The World and Wikipedia is the first book to critically examine the complex, often unacknowledged interplay between Wikipedia and the world it purports to describe. Whilst delivering an insight into the behaviour of Wikipedians, this fascinating book also turns the spotlight on those who are provoked into action by its scope and power, from newspapers and university professors to political campaigners and fanatics.
The World and Wikipedia asks what lurks behind the newspaper headlines surrounding Wikipedia. Investigating high-profile media incidents as well as fascinating lesser-known ones, the author exposes what they really tell us about Wikipedia, and the world's feelings towards it. How much is Wikipedia abused by those who seek to further political bias? How successful are they? How threatened does the establishment feel by Wikipedia? To what lengths have people gone to slander it? How much do people secretly use it without giving it credit, or checking further? What effect does the presence of Wikipedia have on university learning, and our intellectual heritage?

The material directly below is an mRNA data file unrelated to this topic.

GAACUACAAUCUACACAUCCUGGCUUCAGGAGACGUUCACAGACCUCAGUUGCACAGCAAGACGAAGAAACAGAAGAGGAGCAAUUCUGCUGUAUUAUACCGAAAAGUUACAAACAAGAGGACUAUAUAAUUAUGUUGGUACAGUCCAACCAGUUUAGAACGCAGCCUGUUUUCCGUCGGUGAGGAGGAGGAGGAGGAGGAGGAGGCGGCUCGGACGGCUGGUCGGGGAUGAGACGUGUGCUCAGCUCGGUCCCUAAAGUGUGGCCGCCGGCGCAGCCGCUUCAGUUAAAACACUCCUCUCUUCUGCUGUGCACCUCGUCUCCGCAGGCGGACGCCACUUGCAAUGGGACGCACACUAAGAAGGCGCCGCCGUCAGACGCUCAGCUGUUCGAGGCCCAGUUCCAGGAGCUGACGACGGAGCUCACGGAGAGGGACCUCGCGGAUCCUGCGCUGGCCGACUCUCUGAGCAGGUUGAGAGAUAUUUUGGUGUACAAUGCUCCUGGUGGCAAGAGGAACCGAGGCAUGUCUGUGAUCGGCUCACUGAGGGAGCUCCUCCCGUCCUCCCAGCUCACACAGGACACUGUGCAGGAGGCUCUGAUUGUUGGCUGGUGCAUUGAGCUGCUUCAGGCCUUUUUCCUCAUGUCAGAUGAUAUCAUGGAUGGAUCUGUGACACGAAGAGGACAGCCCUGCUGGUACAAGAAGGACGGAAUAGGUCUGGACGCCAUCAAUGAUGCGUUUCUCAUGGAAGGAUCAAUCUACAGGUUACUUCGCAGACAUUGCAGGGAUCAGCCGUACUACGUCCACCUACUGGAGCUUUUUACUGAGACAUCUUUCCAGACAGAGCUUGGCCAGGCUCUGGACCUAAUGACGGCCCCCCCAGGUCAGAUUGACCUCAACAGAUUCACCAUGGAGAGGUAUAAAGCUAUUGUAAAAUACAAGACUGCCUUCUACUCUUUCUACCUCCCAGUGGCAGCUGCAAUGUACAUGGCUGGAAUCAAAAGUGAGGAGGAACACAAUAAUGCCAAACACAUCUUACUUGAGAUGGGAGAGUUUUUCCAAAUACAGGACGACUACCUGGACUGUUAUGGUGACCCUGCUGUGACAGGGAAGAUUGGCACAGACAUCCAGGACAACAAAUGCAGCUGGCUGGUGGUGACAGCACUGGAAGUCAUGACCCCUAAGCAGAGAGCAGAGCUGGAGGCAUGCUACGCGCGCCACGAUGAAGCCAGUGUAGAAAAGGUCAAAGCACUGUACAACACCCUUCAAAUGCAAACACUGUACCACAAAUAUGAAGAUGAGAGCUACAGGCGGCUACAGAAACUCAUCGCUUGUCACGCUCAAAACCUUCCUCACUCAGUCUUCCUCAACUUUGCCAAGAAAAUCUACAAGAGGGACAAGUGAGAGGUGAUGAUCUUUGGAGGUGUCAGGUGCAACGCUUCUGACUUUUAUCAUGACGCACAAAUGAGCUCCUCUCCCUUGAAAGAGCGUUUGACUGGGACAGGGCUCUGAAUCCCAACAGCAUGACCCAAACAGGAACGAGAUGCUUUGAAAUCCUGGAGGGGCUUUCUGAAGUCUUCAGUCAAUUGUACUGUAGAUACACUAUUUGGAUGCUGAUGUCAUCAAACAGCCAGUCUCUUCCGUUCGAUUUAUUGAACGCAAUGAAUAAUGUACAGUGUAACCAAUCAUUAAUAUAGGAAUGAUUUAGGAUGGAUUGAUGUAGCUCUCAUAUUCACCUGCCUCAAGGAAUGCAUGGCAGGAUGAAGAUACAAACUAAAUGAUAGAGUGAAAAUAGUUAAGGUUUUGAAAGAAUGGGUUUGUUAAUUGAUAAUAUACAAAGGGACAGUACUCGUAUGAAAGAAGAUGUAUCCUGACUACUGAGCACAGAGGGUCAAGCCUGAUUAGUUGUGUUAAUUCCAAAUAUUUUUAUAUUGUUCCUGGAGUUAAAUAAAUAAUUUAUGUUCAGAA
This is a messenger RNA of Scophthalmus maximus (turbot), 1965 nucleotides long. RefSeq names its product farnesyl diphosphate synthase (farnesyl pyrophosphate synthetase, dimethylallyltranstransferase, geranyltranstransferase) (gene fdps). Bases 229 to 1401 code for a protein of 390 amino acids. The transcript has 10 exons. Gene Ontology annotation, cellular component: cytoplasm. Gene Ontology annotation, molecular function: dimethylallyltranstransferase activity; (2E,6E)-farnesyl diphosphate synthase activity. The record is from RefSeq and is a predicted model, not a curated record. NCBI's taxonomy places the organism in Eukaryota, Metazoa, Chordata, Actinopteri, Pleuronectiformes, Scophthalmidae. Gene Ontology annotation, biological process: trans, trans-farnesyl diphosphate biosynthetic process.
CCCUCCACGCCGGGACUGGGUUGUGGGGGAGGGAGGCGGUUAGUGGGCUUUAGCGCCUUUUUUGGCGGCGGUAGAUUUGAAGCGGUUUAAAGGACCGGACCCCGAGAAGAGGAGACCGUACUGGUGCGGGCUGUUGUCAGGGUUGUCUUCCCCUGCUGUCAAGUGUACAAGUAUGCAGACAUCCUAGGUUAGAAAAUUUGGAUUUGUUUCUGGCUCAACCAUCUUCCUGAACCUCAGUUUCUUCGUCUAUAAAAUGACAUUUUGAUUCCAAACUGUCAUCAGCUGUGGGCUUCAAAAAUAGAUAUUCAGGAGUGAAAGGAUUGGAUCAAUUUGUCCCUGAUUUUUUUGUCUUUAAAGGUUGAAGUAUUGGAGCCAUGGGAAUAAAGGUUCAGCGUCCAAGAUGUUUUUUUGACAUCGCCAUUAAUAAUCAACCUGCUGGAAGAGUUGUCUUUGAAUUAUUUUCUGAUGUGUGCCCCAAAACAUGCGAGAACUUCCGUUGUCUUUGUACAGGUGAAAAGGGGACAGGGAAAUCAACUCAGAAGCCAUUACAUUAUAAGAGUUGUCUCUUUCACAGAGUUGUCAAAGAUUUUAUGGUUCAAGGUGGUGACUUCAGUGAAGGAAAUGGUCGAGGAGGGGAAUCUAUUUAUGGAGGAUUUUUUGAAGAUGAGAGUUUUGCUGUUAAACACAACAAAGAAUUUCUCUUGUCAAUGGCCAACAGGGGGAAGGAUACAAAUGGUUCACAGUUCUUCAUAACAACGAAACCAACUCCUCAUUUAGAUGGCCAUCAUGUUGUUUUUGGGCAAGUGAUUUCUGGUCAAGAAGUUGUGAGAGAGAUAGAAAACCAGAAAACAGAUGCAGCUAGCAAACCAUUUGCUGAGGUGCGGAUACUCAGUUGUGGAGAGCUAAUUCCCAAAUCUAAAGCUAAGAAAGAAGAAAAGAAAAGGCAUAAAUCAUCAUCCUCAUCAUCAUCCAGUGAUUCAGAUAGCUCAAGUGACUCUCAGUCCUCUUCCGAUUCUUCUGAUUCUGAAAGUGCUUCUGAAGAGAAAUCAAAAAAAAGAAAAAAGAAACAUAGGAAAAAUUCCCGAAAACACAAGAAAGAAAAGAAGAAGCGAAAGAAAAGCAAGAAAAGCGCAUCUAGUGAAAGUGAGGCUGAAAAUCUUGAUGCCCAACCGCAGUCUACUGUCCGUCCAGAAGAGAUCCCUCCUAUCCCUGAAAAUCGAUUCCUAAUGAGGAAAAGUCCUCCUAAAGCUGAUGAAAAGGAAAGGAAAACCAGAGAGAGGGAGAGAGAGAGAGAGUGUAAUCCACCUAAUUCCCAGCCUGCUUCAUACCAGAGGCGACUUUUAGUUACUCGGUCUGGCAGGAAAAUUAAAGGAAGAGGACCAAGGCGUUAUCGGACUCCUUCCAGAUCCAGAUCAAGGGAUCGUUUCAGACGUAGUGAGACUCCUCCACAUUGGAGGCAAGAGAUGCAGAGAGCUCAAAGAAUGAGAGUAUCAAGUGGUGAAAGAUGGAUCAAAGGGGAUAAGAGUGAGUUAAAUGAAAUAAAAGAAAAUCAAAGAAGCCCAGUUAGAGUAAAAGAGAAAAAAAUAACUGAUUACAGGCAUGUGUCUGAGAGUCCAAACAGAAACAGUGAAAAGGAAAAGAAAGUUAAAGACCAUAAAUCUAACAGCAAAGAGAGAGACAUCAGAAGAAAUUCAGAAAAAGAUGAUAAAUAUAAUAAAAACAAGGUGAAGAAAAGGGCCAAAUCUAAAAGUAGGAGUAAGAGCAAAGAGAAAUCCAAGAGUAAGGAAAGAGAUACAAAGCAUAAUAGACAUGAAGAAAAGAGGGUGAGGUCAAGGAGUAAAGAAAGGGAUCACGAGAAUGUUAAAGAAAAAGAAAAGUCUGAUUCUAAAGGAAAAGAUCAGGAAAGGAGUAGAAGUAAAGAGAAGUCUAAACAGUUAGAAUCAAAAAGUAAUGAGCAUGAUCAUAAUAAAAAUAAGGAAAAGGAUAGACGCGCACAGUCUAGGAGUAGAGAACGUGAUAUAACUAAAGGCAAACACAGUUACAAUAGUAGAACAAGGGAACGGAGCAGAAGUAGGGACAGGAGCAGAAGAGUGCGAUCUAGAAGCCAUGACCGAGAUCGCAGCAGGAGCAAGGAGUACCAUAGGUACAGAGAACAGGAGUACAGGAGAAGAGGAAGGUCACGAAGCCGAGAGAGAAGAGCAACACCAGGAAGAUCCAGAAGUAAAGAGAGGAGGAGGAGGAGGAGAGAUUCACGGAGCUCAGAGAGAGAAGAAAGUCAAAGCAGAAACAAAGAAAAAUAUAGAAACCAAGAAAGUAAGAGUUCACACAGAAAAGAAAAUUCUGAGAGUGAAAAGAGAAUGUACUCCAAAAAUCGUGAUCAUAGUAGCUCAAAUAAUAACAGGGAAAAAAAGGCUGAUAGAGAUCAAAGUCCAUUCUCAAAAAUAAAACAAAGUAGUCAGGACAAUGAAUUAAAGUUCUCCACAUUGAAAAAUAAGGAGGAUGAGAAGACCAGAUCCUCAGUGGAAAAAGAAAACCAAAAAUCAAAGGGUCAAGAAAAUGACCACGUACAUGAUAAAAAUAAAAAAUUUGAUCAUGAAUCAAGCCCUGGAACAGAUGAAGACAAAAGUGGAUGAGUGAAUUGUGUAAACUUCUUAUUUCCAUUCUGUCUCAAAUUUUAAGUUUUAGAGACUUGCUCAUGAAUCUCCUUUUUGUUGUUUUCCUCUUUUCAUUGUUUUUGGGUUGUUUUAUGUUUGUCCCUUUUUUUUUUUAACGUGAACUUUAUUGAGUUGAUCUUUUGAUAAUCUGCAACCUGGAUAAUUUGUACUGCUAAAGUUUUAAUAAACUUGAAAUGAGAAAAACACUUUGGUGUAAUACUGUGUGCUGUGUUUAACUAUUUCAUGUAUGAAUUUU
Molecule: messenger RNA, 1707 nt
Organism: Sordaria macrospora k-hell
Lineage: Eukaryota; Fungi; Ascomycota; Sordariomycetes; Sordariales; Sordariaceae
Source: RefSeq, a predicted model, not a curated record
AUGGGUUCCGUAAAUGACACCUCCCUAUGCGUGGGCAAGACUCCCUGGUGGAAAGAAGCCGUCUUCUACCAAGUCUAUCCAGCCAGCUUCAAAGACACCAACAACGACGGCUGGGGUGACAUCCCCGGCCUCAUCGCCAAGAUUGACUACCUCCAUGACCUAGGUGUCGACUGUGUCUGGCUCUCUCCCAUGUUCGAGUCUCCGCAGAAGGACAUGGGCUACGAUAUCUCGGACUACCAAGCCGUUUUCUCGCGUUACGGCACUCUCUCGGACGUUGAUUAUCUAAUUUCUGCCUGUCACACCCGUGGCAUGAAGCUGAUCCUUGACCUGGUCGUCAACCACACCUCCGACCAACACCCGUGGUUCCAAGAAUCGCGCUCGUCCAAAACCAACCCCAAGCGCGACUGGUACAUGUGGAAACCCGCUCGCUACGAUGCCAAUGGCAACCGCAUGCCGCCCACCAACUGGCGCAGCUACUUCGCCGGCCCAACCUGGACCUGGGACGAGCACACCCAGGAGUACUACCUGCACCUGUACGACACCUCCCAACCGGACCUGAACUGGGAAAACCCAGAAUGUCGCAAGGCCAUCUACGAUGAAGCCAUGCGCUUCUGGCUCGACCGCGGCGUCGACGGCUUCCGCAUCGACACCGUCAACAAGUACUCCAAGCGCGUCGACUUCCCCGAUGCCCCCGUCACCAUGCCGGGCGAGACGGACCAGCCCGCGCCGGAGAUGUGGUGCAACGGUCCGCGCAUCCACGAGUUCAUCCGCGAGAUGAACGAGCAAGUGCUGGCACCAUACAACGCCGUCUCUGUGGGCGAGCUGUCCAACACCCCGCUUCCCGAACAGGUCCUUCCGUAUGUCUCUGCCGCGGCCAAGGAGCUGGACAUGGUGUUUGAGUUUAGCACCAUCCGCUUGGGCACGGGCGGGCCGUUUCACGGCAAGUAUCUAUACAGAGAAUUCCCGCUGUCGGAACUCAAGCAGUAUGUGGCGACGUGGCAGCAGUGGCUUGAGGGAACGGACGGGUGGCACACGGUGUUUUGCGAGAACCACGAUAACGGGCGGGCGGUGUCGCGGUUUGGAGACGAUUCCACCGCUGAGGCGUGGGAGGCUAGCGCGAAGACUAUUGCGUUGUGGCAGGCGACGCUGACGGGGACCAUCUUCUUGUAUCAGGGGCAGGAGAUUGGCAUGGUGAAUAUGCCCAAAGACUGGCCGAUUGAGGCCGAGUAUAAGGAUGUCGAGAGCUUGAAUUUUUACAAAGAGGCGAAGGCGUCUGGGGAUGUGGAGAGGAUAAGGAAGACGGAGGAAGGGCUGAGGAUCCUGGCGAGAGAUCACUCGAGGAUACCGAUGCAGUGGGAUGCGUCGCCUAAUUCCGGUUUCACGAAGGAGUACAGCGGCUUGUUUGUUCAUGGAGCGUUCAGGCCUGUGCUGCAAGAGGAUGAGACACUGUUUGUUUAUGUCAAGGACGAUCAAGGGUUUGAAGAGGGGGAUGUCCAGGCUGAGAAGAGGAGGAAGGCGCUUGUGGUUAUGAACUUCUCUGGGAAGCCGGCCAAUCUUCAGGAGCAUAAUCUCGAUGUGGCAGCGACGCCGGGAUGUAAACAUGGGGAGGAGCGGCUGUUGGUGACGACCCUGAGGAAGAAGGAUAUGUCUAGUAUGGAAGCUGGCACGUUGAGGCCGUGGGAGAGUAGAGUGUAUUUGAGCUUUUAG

Trawling the forgotten talk pages and article histories of Wikipedia's archives, as well as drawing on his own experience as a Wikipedian, Andrew Dalby illustrates how articles change and grow over time, how the Wikipedia community responds (or fails to respond) to extremists, revisionists, self-interested parties and vandals, and how it reacts to good and bad publicity. Prominent editors and influential administrators are followed closely to reveal a surprising array of intentions and - at times - intriguing connections to the real world. The resultant articles are shown to vary from the outrageously and persistently inaccurate to the astonishingly up-to-date and reliable.
The World and Wikipedia tackles these questions by revealing the true extent of the world's interaction with Wikipedia, and what it means for the future of knowledge.